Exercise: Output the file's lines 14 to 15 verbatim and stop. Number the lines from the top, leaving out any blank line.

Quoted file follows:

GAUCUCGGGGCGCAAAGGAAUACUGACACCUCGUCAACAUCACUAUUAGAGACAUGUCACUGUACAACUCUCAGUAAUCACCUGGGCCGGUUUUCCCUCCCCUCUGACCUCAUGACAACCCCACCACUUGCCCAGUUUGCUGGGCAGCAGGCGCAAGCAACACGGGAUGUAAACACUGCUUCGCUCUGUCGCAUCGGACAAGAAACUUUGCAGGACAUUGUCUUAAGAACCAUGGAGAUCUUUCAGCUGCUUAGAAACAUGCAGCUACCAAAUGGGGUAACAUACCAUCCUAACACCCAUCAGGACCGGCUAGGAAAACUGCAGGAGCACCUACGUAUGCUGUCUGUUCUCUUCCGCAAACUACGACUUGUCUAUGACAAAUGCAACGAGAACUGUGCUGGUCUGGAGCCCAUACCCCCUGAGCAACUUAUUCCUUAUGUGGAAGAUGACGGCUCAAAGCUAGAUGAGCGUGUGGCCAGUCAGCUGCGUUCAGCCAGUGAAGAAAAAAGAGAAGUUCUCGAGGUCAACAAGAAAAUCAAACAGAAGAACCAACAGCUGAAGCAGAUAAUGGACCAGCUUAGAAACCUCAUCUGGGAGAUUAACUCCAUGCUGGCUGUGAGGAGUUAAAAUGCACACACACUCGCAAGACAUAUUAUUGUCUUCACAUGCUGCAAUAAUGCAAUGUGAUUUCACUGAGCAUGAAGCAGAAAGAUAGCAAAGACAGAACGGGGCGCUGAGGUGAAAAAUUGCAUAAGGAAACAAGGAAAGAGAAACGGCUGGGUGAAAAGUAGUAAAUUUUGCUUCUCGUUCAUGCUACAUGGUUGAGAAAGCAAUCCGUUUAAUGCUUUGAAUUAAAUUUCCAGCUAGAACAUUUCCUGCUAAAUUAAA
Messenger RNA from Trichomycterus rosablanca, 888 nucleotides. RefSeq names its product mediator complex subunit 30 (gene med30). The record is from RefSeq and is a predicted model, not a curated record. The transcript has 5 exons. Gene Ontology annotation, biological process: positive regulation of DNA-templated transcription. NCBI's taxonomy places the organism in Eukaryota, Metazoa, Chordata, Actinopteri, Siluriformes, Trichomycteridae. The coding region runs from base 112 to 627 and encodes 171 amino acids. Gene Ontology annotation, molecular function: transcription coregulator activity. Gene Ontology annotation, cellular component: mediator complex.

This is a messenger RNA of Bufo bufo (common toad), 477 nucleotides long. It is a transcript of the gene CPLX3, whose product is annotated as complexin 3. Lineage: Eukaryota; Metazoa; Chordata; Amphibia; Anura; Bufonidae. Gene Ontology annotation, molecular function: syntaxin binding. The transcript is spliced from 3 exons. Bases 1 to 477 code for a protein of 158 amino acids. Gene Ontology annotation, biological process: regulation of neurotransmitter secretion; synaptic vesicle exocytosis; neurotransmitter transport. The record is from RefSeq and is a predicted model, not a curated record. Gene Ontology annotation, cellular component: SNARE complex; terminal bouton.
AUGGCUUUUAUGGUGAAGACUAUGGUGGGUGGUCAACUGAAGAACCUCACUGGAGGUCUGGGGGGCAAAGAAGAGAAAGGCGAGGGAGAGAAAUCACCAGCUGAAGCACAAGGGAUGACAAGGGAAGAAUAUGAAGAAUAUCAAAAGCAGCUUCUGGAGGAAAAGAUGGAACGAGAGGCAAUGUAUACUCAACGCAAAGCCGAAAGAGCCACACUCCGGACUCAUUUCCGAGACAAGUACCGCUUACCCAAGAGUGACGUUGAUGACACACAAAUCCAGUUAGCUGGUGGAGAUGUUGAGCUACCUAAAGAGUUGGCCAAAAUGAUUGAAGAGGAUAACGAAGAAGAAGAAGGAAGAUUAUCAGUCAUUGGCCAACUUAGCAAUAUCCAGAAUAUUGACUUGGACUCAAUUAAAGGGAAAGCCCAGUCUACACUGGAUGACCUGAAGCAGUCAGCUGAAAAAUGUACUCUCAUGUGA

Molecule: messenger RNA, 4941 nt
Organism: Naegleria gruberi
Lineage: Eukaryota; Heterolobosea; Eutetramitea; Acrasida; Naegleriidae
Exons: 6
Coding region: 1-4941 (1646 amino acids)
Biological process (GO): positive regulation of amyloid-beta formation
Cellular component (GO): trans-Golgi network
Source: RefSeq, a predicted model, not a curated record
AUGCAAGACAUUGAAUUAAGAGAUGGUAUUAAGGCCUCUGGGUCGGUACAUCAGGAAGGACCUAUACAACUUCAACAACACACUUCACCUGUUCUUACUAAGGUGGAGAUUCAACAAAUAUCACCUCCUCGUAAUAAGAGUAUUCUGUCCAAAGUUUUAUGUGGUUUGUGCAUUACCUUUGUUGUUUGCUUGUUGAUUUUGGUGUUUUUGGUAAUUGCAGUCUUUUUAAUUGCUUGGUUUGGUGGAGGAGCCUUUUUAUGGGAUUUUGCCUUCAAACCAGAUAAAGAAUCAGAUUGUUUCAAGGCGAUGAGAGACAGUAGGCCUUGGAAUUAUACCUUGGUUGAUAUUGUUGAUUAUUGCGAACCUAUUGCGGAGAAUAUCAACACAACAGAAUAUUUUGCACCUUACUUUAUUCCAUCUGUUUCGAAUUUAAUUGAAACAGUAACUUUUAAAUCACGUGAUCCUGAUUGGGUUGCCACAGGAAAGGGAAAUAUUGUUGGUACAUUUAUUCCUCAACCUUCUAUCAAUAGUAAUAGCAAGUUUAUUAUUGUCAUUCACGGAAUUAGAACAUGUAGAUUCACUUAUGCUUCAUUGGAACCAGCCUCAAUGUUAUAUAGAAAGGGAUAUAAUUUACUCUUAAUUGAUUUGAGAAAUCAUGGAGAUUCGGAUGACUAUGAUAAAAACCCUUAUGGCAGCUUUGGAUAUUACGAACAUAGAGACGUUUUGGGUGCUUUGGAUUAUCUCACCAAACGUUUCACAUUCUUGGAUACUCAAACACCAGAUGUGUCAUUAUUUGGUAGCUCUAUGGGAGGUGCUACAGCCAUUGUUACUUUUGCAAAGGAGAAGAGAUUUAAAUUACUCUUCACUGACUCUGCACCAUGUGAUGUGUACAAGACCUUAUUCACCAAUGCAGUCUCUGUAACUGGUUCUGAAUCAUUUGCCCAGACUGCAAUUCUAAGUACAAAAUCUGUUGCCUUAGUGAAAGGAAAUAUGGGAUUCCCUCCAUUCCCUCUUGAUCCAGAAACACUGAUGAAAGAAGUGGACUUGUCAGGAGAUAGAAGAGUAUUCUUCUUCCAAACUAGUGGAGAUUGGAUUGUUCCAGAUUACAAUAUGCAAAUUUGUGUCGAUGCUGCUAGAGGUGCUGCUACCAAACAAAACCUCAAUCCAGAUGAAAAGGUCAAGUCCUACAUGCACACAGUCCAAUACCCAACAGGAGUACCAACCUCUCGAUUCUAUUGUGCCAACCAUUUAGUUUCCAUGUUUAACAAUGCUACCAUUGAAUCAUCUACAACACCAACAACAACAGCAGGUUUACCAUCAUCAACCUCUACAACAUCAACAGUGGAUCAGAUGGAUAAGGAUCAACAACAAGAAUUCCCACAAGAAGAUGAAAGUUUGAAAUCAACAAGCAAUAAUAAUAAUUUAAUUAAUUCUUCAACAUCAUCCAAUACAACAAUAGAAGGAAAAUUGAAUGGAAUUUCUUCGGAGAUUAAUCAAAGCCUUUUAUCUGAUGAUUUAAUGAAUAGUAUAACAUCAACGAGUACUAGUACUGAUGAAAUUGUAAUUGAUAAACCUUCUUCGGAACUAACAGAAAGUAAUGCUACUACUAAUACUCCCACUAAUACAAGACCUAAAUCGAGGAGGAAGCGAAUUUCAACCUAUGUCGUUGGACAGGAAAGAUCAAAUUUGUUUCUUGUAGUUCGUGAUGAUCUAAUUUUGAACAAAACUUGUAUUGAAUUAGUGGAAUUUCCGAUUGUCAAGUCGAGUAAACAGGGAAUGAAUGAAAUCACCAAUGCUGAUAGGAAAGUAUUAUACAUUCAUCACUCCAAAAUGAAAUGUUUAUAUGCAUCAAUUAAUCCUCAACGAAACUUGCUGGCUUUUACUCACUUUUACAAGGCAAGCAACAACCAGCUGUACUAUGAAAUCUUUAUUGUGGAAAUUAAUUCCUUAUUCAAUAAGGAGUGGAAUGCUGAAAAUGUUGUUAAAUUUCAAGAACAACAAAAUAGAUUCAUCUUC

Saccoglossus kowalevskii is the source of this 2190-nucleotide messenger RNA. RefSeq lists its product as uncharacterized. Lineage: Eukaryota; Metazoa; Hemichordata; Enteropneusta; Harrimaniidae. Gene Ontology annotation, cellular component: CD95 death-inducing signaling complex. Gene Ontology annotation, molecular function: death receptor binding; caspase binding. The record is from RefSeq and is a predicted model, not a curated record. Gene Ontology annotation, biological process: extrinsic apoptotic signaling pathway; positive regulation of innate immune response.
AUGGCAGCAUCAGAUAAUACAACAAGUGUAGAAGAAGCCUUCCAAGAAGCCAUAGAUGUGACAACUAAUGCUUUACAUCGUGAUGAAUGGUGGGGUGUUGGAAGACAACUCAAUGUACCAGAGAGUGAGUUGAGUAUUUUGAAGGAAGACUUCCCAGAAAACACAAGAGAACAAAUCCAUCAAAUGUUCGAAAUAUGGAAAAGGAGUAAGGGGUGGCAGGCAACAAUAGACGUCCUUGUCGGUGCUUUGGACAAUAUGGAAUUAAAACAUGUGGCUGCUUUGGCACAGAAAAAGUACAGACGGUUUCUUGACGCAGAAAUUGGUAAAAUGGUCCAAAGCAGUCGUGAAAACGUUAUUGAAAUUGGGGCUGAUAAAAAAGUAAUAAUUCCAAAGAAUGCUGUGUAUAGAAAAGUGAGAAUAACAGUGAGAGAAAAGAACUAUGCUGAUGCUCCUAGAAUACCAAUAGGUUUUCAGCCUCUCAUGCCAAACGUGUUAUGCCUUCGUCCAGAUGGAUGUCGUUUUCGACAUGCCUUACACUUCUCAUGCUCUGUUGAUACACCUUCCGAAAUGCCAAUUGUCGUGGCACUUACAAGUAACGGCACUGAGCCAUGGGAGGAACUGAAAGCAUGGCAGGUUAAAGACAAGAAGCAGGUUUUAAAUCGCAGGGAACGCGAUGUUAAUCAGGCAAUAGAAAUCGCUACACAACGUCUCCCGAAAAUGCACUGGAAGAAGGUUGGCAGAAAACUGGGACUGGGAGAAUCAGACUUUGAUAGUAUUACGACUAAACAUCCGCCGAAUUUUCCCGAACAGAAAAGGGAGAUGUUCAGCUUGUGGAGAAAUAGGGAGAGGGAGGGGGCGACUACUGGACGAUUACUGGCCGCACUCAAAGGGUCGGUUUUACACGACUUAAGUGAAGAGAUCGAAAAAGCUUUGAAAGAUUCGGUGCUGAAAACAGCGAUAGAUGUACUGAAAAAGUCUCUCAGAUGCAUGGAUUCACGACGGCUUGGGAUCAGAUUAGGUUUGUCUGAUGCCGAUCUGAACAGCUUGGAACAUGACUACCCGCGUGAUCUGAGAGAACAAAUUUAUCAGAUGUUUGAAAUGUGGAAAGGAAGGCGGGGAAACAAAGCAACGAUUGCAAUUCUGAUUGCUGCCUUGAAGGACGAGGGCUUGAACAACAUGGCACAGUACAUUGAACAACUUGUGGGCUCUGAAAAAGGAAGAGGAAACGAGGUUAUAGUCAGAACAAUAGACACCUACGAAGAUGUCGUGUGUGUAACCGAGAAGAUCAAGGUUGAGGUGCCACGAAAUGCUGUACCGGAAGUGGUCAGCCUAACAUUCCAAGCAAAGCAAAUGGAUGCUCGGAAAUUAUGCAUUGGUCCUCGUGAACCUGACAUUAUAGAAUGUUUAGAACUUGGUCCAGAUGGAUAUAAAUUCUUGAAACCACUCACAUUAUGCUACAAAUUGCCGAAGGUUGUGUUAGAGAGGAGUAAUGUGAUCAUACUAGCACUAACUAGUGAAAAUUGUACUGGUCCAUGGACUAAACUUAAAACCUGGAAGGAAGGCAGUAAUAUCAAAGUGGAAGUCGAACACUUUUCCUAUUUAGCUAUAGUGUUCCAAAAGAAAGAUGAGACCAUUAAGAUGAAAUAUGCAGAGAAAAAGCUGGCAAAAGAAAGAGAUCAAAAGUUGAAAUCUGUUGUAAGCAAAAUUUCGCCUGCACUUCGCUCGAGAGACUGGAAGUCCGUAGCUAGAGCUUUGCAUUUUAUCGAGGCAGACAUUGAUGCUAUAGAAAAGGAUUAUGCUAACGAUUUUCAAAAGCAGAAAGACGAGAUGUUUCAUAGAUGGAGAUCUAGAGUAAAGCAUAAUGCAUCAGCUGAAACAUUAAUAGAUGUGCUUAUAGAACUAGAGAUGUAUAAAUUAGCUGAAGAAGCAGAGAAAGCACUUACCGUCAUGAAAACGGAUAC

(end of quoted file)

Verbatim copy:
Saccoglossus kowalevskii is the source of this 2190-nucleotide messenger RNA. RefSeq lists its product as uncharacterized. Lineage: Eukaryota; Metazoa; Hemichordata; Enteropneusta; Harrimaniidae. Gene Ontology annotation, cellular component: CD95 death-inducing signaling complex. Gene Ontology annotation, molecular function: death receptor binding; caspase binding. The record is from RefSeq and is a predicted model, not a curated record. Gene Ontology annotation, biological process: extrinsic apoptotic signaling pathway; positive regulation of innate immune response.
AUGGCAGCAUCAGAUAAUACAACAAGUGUAGAAGAAGCCUUCCAAGAAGCCAUAGAUGUGACAACUAAUGCUUUACAUCGUGAUGAAUGGUGGGGUGUUGGAAGACAACUCAAUGUACCAGAGAGUGAGUUGAGUAUUUUGAAGGAAGACUUCCCAGAAAACACAAGAGAACAAAUCCAUCAAAUGUUCGAAAUAUGGAAAAGGAGUAAGGGGUGGCAGGCAACAAUAGACGUCCUUGUCGGUGCUUUGGACAAUAUGGAAUUAAAACAUGUGGCUGCUUUGGCACAGAAAAAGUACAGACGGUUUCUUGACGCAGAAAUUGGUAAAAUGGUCCAAAGCAGUCGUGAAAACGUUAUUGAAAUUGGGGCUGAUAAAAAAGUAAUAAUUCCAAAGAAUGCUGUGUAUAGAAAAGUGAGAAUAACAGUGAGAGAAAAGAACUAUGCUGAUGCUCCUAGAAUACCAAUAGGUUUUCAGCCUCUCAUGCCAAACGUGUUAUGCCUUCGUCCAGAUGGAUGUCGUUUUCGACAUGCCUUACACUUCUCAUGCUCUGUUGAUACACCUUCCGAAAUGCCAAUUGUCGUGGCACUUACAAGUAACGGCACUGAGCCAUGGGAGGAACUGAAAGCAUGGCAGGUUAAAGACAAGAAGCAGGUUUUAAAUCGCAGGGAACGCGAUGUUAAUCAGGCAAUAGAAAUCGCUACACAACGUCUCCCGAAAAUGCACUGGAAGAAGGUUGGCAGAAAACUGGGACUGGGAGAAUCAGACUUUGAUAGUAUUACGACUAAACAUCCGCCGAAUUUUCCCGAACAGAAAAGGGAGAUGUUCAGCUUGUGGAGAAAUAGGGAGAGGGAGGGGGCGACUACUGGACGAUUACUGGCCGCACUCAAAGGGUCGGUUUUACACGACUUAAGUGAAGAGAUCGAAAAAGCUUUGAAAGAUUCGGUGCUGAAAACAGCGAUAGAUGUACUGAAAAAGUCUCUCAGAUGCAUGGAUUCACGACGGCUUGGGAUCAGAUUAGGUUUGUCUGAUGCCGAUCUGAACAGCUUGGAACAUGACUACCCGCGUGAUCUGAGAGAACAAAUUUAUCAGAUGUUUGAAAUGUGGAAAGGAAGGCGGGGAAACAAAGCAACGAUUGCAAUUCUGAUUGCUGCCUUGAAGGACGAGGGCUUGAACAACAUGGCACAGUACAUUGAACAACUUGUGGGCUCUGAAAAAGGAAGAGGAAACGAGGUUAUAGUCAGAACAAUAGACACCUACGAAGAUGUCGUGUGUGUAACCGAGAAGAUCAAGGUUGAGGUGCCACGAAAUGCUGUACCGGAAGUGGUCAGCCUAACAUUCCAAGCAAAGCAAAUGGAUGCUCGGAAAUUAUGCAUUGGUCCUCGUGAACCUGACAUUAUAGAAUGUUUAGAACUUGGUCCAGAUGGAUAUAAAUUCUUGAAACCACUCACAUUAUGCUACAAAUUGCCGAAGGUUGUGUUAGAGAGGAGUAAUGUGAUCAUACUAGCACUAACUAGUGAAAAUUGUACUGGUCCAUGGACUAAACUUAAAACCUGGAAGGAAGGCAGUAAUAUCAAAGUGGAAGUCGAACACUUUUCCUAUUUAGCUAUAGUGUUCCAAAAGAAAGAUGAGACCAUUAAGAUGAAAUAUGCAGAGAAAAAGCUGGCAAAAGAAAGAGAUCAAAAGUUGAAAUCUGUUGUAAGCAAAAUUUCGCCUGCACUUCGCUCGAGAGACUGGAAGUCCGUAGCUAGAGCUUUGCAUUUUAUCGAGGCAGACAUUGAUGCUAUAGAAAAGGAUUAUGCUAACGAUUUUCAAAAGCAGAAAGACGAGAUGUUUCAUAGAUGGAGAUCUAGAGUAAAGCAUAAUGCAUCAGCUGAAACAUUAAUAGAUGUGCUUAUAGAACUAGAGAUGUAUAAAUUAGCUGAAGAAGCAGAGAAAGCACUUACCGUCAUGAAAACGGAUAC